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Tuesday, Jan. 17, 2017

United Way

Posted Saturday, September 13, 2008, at 10:30 AM

By way of disclosure, I am a member of the United Way of Bedford County board.

We got an anonymous editor comment (people who send stuff like this never leave their name with it) in response to a story last week about the United Way campaign kickoff:

I cannot in good faith, send these folks any money. The Director of the South Carilona Unite Way program was given a 1.2 MILLION pay package just recently. I do donate to the State BSA and the Salvation Army who will give you salaray information of their program on demand.

I run into this all the time. Each United Way is independent and locally-managed. Not one penny of your local United Way contributions goes to this person in South Carolina. (I suppose it's possible that our commenter is from South Carolina, in which case he's entitled to withhold his contribution. But he didn't say so, and he was commenting on our news story here in Tennessee.)

United Way of Bedford County has one paid employee, Dawn Holley, and I guarantee you she works for every penny she makes.

A popular personal finance guru based in Williamson County sometimes discourages his listeners from giving to United Way because he's heard that United Way supports agency X, which he finds offensive, or refuses to support agency Y, which he supports. But what he's responding to are decisions made by individual United Ways in other parts of the country. His own local United Way, not to mention the United Way here in Bedford County, may have completely different priorities. Each United Way makes its own decisions about budget, about which agencies to support, and about whom to hire.

Someone who refuses to give to their local United Way because of the director of United Way of South Carolina's salary isn't standing on principle; they're just looking for an excuse.

Showing comments in chronological order
[Show most recent comments first]

Is there a breakdown of agencies to which the United Way of Bedford County contributes?

-- Posted by bettyhbrown on Mon, Sep 15, 2008, at 3:01 AM

Here's a list:


-- Posted by Jicarney on Mon, Sep 15, 2008, at 6:51 AM

Just wanted to know John: what percentage of the financial donation to the United Way (say $100.00 a month) actually gets to the designated member organization - would it not be a wiser move and better stewardship of funds to give directly to the charible organization of my choosing where they could use the entire dollar donation? All of these organizations should be 501(c)3 tax exempted. Why would I want to give my hard earned money through the United Way and have a portion of it deducted for office or other related expenses? And, also what does it costs an organization to be a member of the United Way? Just asking?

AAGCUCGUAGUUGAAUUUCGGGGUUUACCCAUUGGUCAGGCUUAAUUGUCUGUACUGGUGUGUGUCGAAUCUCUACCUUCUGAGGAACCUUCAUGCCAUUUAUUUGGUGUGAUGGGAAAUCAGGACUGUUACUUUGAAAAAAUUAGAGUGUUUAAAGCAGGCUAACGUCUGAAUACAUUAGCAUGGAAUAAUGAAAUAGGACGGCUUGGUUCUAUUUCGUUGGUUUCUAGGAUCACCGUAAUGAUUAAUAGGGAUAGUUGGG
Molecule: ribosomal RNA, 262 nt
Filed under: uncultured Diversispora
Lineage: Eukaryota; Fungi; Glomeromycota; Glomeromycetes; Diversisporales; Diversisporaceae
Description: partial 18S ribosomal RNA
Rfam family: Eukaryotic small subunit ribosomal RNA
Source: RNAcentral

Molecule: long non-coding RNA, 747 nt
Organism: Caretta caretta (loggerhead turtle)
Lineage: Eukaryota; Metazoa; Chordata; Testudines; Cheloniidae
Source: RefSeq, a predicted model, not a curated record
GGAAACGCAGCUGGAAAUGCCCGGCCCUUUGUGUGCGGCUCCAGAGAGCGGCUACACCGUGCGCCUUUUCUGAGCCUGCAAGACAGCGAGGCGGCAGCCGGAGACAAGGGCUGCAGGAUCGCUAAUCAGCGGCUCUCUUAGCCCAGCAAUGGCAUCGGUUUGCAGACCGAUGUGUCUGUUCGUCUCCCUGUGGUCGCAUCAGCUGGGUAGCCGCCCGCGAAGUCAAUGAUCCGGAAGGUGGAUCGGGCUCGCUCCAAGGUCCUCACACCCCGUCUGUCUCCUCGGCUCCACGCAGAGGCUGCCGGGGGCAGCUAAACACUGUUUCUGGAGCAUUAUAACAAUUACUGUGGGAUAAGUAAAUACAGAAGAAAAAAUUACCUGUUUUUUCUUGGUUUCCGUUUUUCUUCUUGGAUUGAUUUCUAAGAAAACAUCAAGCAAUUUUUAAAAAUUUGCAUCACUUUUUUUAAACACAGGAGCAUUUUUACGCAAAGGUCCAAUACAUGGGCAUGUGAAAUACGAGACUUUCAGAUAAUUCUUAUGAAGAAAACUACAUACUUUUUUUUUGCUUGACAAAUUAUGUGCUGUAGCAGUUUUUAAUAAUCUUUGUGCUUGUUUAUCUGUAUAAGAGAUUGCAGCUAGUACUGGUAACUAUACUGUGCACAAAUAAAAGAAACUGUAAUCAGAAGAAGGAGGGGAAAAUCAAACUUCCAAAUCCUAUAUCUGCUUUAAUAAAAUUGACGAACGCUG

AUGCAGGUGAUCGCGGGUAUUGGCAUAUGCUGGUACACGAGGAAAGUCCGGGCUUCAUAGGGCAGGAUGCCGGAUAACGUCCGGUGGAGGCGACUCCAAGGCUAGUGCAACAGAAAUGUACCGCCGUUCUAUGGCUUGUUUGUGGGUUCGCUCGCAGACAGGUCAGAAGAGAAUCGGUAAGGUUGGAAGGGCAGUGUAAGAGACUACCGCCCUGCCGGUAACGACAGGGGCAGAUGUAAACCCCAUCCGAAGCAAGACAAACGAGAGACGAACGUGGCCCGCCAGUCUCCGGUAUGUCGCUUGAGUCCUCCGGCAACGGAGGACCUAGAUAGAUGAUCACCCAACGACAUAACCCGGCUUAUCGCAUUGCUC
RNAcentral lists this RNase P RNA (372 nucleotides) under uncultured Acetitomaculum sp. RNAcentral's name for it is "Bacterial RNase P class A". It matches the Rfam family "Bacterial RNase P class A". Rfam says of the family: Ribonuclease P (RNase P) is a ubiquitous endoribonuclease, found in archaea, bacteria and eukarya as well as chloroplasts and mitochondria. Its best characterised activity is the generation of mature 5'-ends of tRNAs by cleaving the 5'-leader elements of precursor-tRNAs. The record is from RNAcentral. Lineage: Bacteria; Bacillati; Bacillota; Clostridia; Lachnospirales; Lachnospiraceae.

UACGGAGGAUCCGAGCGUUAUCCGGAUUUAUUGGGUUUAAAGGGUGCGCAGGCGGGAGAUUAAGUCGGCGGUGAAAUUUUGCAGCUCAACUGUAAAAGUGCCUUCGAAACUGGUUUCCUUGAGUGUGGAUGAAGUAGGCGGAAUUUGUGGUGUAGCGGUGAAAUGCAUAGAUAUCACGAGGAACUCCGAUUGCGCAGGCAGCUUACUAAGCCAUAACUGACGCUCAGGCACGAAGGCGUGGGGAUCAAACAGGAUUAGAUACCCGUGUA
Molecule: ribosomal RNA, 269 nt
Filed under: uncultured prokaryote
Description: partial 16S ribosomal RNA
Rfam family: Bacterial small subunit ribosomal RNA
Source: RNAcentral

-- Posted by volunteerorange on Mon, Sep 15, 2008, at 11:57 AM

According to our IRS form 990, 86 percent of money given to United Way goes to programs while 14 percent to administration.

All of our member agencies certainly accept direct contributions, and there's absolutely nothing wrong with giving directly to an agency that you are familiar with and confident in. But there are benefits to giving through United Way:

* The allocations process. Allocations volunteers -- who are your neighbors and co-workers -- spend many hours each spring studying each and every funding request, reviewing budgets and audits, and interviewing agency representatives to determine where to spend the available money to best meet local needs. By giving to United Way, you have that assurance that the money is being well-spent and that it is being used to meet the highest-priority needs.

I compare it to investing. Some people are confident making all of their own decisions about what stocks to buy and sell. Other people would rather invest in a mutual fund or turn things over to a financial advisor who has more time to research the available stocks, find good deals, stay aware of relevant trends, or what have you. There is a cost to that approach, but in the end it might be beneficial.

Either approach works, but the person who decides to make all their own decisions (whether about investments or charitable contributions) is going to need to put in some time and effort on the research in order to make sure they're making the right choices.

* Payroll deduction. Your employer may not allow employees to payroll deduct for individual agencies or charities. However, because of its community-wide nature, many employers do allow a United Way contribution to be payroll-deducted. That means you can give an almost-unnoticeable amount every week or two, adding up to a generous contribution over a year's time. It's a planned, disciplined way of giving.

Because of the United Way network, you can even have your payroll deducted in one county to support a United Way somewhere else. There are people from Bedford County who work at Nissan (for example) and have their United Way payroll deductions sent back to Bedford County.

I would also like to say that United Way has other benefits in terms of promoting cooperation and dialogue among our member agencies. Agency representative meet on a regular basis to share information and suggestions.

As I said, there's nothing at all wrong with supporting individual agencies. United Way isn't large enough to pay 100 percent of its member agency budgets, so most of our agencies do their own individual fund-raising. They do, however, agree not to do major fund-raisers during the same season as the United Way campaign.

But I really do believe there are benefits to giving through the United Way system.

-- Posted by Jicarney on Mon, Sep 15, 2008, at 2:35 PM

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John I. Carney is city editor of the Times-Gazette.
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